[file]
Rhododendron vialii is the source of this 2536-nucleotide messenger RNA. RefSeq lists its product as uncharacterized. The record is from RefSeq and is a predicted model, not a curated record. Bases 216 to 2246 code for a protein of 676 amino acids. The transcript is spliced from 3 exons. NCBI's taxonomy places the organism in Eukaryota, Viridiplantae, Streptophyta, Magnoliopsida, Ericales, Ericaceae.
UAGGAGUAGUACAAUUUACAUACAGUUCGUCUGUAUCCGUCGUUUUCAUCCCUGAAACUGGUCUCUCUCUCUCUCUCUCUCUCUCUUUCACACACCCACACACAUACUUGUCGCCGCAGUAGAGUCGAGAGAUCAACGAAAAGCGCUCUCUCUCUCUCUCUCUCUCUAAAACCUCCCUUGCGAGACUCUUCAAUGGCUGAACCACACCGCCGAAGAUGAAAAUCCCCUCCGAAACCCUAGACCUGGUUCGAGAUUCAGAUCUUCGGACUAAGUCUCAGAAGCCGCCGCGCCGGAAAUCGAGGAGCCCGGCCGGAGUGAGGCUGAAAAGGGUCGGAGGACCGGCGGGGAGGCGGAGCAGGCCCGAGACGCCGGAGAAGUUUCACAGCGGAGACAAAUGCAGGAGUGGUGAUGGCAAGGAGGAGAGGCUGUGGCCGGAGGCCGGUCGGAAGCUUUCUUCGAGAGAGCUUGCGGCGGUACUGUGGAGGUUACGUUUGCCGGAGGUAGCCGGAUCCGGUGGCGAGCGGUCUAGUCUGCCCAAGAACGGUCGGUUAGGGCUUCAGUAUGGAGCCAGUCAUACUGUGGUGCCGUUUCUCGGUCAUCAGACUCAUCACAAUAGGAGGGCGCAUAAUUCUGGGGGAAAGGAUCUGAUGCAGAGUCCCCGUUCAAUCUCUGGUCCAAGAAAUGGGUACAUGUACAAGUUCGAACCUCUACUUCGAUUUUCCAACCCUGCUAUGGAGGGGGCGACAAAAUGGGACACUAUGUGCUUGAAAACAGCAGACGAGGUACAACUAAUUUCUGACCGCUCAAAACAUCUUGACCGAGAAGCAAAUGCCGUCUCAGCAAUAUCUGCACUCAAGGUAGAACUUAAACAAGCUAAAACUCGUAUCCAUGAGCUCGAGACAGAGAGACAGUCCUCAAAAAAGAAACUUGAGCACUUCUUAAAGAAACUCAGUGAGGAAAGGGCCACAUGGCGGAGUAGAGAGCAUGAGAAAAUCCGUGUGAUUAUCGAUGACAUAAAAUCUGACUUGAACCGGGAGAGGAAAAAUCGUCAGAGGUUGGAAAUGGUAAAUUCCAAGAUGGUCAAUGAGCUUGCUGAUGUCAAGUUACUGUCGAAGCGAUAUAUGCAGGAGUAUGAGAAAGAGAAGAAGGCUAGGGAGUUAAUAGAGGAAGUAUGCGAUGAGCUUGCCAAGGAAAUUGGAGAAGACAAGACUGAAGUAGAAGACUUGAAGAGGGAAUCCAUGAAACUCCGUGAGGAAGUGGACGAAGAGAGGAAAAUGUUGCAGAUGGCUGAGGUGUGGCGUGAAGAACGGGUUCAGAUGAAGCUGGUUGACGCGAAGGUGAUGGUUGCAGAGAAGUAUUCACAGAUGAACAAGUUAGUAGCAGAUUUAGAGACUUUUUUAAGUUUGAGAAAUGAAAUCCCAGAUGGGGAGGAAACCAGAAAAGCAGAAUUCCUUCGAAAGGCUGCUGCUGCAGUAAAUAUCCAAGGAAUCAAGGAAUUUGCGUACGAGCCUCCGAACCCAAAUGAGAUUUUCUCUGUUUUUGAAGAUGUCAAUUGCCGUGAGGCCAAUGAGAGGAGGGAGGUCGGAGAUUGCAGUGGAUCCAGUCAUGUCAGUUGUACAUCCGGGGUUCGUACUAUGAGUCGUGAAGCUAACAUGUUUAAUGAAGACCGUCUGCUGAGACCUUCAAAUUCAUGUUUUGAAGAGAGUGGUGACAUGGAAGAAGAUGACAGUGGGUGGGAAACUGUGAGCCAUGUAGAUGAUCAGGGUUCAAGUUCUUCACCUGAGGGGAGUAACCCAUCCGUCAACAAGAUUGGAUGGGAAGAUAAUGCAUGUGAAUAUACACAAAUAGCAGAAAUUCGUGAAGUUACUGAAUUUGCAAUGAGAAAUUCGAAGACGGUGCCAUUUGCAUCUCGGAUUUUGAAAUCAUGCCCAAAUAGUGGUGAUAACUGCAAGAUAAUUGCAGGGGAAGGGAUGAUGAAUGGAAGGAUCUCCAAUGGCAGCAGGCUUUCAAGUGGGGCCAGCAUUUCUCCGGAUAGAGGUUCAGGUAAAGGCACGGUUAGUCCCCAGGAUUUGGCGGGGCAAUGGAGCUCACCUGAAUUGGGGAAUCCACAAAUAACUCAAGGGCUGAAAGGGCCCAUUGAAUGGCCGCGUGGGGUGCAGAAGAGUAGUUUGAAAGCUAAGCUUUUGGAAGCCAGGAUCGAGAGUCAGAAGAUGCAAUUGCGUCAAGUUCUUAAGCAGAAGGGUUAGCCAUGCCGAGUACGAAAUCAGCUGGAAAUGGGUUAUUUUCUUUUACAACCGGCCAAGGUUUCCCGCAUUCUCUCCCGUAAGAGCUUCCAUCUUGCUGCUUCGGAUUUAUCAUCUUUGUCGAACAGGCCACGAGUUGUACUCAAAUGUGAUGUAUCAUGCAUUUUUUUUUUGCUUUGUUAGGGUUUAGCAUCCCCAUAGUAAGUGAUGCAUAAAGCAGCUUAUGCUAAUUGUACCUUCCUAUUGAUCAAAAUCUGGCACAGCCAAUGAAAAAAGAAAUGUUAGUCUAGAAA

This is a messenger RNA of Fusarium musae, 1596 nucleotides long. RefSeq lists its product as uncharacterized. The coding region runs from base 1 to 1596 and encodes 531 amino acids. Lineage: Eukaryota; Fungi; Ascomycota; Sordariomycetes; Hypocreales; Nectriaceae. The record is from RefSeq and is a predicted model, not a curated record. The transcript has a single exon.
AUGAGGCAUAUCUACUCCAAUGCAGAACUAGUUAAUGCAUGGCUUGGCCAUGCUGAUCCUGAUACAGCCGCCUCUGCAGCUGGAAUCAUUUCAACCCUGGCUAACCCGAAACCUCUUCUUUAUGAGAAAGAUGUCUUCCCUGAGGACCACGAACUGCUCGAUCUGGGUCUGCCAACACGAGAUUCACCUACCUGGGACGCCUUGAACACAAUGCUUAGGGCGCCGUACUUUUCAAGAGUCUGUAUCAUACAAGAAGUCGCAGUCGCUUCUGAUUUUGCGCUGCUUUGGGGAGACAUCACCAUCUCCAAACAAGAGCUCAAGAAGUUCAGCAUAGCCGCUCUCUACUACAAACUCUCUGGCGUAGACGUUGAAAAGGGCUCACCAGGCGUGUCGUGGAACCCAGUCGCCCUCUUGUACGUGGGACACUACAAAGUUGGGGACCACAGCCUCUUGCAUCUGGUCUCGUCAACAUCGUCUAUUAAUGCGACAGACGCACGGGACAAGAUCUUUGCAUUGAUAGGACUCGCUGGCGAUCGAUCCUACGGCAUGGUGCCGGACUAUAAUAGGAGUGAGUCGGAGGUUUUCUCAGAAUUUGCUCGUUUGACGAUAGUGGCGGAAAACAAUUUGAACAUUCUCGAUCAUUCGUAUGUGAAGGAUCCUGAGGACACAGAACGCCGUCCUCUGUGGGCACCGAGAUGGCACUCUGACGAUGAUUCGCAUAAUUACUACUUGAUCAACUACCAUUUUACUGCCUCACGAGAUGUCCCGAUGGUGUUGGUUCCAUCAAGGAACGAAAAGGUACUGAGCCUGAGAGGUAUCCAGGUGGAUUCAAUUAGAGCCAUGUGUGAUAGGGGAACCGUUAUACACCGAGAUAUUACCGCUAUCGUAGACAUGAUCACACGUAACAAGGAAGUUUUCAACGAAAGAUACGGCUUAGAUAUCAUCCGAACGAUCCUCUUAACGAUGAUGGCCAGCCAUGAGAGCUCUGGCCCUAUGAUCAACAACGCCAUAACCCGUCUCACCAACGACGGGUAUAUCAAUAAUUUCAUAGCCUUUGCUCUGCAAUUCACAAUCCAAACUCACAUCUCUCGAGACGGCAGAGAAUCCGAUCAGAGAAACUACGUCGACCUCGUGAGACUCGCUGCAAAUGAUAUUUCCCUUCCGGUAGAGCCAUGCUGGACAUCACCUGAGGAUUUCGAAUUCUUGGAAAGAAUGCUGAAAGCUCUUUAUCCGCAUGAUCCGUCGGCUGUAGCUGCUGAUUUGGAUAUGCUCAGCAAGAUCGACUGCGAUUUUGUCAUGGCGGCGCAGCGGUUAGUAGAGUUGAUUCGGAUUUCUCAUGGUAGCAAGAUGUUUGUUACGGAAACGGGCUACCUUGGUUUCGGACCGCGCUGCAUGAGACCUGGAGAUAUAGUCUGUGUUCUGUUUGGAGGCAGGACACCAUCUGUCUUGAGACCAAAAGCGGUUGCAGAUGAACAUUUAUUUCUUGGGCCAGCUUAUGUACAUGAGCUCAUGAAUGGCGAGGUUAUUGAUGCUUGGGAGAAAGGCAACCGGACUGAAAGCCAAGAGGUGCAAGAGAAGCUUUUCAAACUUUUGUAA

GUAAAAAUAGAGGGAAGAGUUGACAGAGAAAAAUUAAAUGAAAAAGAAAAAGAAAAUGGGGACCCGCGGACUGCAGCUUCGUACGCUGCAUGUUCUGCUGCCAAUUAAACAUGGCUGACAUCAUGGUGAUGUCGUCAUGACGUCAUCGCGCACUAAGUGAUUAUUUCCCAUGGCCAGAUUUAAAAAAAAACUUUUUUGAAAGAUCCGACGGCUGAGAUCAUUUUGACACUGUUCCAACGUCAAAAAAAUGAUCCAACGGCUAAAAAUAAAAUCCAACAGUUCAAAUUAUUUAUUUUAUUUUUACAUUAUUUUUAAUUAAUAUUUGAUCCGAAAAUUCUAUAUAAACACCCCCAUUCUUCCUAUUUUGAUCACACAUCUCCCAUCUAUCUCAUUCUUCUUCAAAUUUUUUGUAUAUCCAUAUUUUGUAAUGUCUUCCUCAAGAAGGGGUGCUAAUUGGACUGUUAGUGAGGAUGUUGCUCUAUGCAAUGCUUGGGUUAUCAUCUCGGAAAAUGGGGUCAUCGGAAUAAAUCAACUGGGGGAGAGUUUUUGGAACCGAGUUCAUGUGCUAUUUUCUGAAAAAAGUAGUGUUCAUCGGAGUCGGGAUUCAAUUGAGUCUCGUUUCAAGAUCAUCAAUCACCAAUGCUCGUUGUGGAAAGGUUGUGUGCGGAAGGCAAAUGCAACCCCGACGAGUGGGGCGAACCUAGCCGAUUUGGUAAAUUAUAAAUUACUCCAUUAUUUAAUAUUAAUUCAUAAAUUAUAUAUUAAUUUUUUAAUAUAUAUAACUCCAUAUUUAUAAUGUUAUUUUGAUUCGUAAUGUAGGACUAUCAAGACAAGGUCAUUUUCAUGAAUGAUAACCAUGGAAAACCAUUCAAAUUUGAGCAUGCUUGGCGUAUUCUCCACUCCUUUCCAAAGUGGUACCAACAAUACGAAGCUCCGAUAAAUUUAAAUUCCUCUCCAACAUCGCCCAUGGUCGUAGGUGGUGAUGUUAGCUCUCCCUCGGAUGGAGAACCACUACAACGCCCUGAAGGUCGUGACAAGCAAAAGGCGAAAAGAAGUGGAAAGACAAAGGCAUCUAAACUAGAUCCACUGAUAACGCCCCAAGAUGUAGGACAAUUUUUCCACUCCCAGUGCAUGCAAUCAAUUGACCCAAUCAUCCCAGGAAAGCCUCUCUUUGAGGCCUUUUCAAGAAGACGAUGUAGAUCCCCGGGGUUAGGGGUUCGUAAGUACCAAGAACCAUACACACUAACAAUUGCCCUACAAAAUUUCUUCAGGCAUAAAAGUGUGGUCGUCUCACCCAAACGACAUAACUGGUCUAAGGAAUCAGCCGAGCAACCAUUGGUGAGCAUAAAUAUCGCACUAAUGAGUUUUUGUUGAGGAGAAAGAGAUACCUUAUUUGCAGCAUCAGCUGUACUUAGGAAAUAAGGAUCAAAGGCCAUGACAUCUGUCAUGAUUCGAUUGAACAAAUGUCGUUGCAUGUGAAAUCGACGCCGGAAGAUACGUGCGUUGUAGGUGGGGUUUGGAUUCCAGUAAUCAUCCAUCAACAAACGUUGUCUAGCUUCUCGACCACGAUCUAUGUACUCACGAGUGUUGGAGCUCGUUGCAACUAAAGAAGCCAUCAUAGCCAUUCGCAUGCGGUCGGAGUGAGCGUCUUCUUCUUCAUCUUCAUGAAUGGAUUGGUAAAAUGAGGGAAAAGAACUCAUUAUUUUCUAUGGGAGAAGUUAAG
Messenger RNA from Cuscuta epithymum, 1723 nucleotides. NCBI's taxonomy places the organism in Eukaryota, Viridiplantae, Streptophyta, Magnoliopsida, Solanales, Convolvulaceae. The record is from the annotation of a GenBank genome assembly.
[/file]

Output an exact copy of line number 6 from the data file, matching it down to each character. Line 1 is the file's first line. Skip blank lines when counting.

Messenger RNA from Cuscuta epithymum, 1723 nucleotides. NCBI's taxonomy places the organism in Eukaryota, Viridiplantae, Streptophyta, Magnoliopsida, Solanales, Convolvulaceae. The record is from the annotation of a GenBank genome assembly.